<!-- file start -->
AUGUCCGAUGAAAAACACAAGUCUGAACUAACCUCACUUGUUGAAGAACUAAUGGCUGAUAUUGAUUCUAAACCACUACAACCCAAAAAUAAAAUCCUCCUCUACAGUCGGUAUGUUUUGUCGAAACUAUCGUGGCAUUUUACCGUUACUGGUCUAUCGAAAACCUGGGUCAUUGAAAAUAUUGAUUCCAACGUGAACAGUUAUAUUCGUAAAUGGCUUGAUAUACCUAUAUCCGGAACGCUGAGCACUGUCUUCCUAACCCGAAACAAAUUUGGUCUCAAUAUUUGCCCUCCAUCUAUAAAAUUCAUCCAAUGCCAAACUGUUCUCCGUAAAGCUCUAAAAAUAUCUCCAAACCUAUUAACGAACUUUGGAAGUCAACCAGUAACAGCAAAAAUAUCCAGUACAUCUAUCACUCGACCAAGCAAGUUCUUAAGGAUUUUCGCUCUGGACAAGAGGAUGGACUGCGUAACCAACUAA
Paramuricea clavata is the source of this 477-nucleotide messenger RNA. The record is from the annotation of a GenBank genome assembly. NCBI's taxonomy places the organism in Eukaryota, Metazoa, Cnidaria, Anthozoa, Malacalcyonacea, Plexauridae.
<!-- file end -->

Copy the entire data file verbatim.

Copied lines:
AUGUCCGAUGAAAAACACAAGUCUGAACUAACCUCACUUGUUGAAGAACUAAUGGCUGAUAUUGAUUCUAAACCACUACAACCCAAAAAUAAAAUCCUCCUCUACAGUCGGUAUGUUUUGUCGAAACUAUCGUGGCAUUUUACCGUUACUGGUCUAUCGAAAACCUGGGUCAUUGAAAAUAUUGAUUCCAACGUGAACAGUUAUAUUCGUAAAUGGCUUGAUAUACCUAUAUCCGGAACGCUGAGCACUGUCUUCCUAACCCGAAACAAAUUUGGUCUCAAUAUUUGCCCUCCAUCUAUAAAAUUCAUCCAAUGCCAAACUGUUCUCCGUAAAGCUCUAAAAAUAUCUCCAAACCUAUUAACGAACUUUGGAAGUCAACCAGUAACAGCAAAAAUAUCCAGUACAUCUAUCACUCGACCAAGCAAGUUCUUAAGGAUUUUCGCUCUGGACAAGAGGAUGGACUGCGUAACCAACUAA
Paramuricea clavata is the source of this 477-nucleotide messenger RNA. The record is from the annotation of a GenBank genome assembly. NCBI's taxonomy places the organism in Eukaryota, Metazoa, Cnidaria, Anthozoa, Malacalcyonacea, Plexauridae.